Secondly, they should eliminate the discrimination against those with higher education or those that are younger. In fact, in some ways, I think it should be the opposite. I have been told by 2 different attorneys that the fact that I have a college degree will hurt my case. I have also been told that because I am 40 and because I make 40K at my last job which was an office job, those factors will work against me as well. Why is that? If someone is making 100K, doesnt it stand to reason that this is the type of person LEAST likely to fake FM since their SSDI payout would be DRASTICALLY less than their current income? In fact, it would even be a drastic cut vs. what they could probably earn working part time. Conversely, if someone is making lets say 20K, went right into the workforce instead of losing 4 years of income to go to college, and is doing a physically demanding job, that person IMO would be the more logical person to look at more closely, since they would not be taking a huge paycut moving from what they were making to disability.

    Third, allow for a higher number of approvals and more expeditious processing of cases BUT increase the penalties for fraud and use the medicare claims as one way to weed out fakers. Also, transfer manpower from the heavy review of cases on the front end to the heavy review of cases post approval. For example, my health is so poor that I need so many tests but cant get them if or until I win disability on appeal and get medicare. Then I need major blood work, an mri, an endoscopy, physical therapy etc. None of those tests/processes are pleasant. I have a feeling that most of you are in the same boat as I am, desperately needing good quality care in a number of areas for digestion, pain, headaches, etc. If someone gets approved and then immediately jumps on the opportunities that medicare affords them, it would be a sort of de facto indication that this is someone who is sick and is desperate to get better. If on the other hand, someone gets approved and then you see little to no use of medicare, or medical care that isnt consistant with what you would expect to see from someone with a particular disease, that would be a red flag to look at that case more closely.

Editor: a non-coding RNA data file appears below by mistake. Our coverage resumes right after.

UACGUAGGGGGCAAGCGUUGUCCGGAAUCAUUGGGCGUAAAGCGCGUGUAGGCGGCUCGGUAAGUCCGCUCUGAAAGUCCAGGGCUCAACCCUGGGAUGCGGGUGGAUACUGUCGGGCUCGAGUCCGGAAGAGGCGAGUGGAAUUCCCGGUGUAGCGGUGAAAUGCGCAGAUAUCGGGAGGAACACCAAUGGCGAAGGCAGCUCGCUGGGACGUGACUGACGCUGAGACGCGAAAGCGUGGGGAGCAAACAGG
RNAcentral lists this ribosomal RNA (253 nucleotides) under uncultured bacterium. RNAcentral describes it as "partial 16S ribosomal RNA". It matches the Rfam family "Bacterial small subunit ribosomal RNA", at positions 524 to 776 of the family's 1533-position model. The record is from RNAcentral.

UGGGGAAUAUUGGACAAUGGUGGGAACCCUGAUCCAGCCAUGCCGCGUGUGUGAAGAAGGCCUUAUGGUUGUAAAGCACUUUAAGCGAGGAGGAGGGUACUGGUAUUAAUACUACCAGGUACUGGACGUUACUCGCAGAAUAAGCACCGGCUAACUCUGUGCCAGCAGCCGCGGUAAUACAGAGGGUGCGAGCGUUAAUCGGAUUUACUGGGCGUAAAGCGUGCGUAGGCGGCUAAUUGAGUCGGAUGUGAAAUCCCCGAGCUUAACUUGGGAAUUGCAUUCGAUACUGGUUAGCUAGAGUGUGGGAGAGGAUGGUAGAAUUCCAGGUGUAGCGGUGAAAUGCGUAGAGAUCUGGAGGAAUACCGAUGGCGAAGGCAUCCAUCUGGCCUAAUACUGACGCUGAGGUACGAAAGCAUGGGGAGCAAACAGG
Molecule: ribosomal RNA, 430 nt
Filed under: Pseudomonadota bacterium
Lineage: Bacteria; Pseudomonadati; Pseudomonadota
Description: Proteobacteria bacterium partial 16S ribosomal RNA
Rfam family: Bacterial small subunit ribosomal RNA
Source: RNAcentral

Finally NO money/benefits for illegals. If fact, how about this? If an illegal needs medical care, we offer to pick up the first 500$ worth of bills at a facility the US sets up and runs in Mexico. HA.
  16. momof471

    momof471 New Member

    I was out of work about a year and a half before I applied for SSDI. I just knew at some point I would see a doctor who could miraculously make all of this go away, or it would just disappear, well that did not happen. I have been written out of work from the beginning and my rheumy told me to file for disability. This is what we pay into the system for though. On another thread someone brought up that I might run into trouble , because of the kids, that really bother's me, its bad enough to be going through this and your whole family goes through this with you. Then to think that someone will throw your kids at you! Yes i have four kids, my youngest had just turned two when I got hurt by five days. All of our lives changed dramatically. I cried at having to push her into growing up faster, couldn't leave her in the crib because I couldn't get her in or out, no more down on the floor playing or picking her up and swinging her around, I'd have to stop the kids from running up to hug me because it killed my chest, where my original injury was. Sorry I'm rambling, but I think SS puts people through so much unnecessarily creates more stress, which means more pain. I resent not being able to do what I used to do, I liked going to work, doing a job and seeing the fruit of my labor, then I liked spending time with my family at the end of the day. Now, I'm stuck home doing a half-@#@ job here and my family having to do so much to help me get through the day. The SS system is designed to demoralize and belittle you and make you give up. Just my two cents.
  17. bewell4

    bewell4 New Member

    i have read some of your posts and appreciate the perspective/understanding i get from another mom. (i also identify with the comment about finally figuring out that this would not just one day disappear...ugh, so awful) i too, finally got it through my child's head not* to run up and knock me over with a gleeful, enthusiastic hug. because it hurt my back, and my whole body. i have tears in my eyes as i write this. i remember how relieved i felt when he seemed too little to comprehend my pain, and then his thoughtful look on the day he was (apparently) old enough to understand and as he assimilated my request not to run and hug me. i want to scream in rage and howl in agony... disability (i am on one hand, glad that i am not out on the street, so extremely glad that we might get it and i will be able to survive and provide for my son, but on the other hand: ) is like a kick in the gut. its funny to me - i hear the pain of the mom who does not want to be home, and wants to work... ha! i want to be home! but how could i possibly explain that my application for disability is not some scam to be able to stay here. that is insanity!! lunacy!! i don't want to stay home in the state i am in! this is no walk in the park! it is near-constant agony to not be able to laugh with my child, and swing my child around, and make meals with ease and without pain, and get out there and be social and spend quality time with a partner, and find a good man to be a father to my son! not everyone may agree with all of my goals, but i hope this will at least touch you with the general as a stay at home mom with chronic pain is like a life sentence! torture! besides, aside from my basic value about staying home and giving the bulk of my quality time and love and energy to my child and family...i would actually *much* rather be working!! i hate* being poor! i think we would both be better off if i could get *out of this house* and work! grrrrr!!! aaaaaa! sigh.
    [This Message was Edited on 02/16/2007]
  18. momof471

    momof471 New Member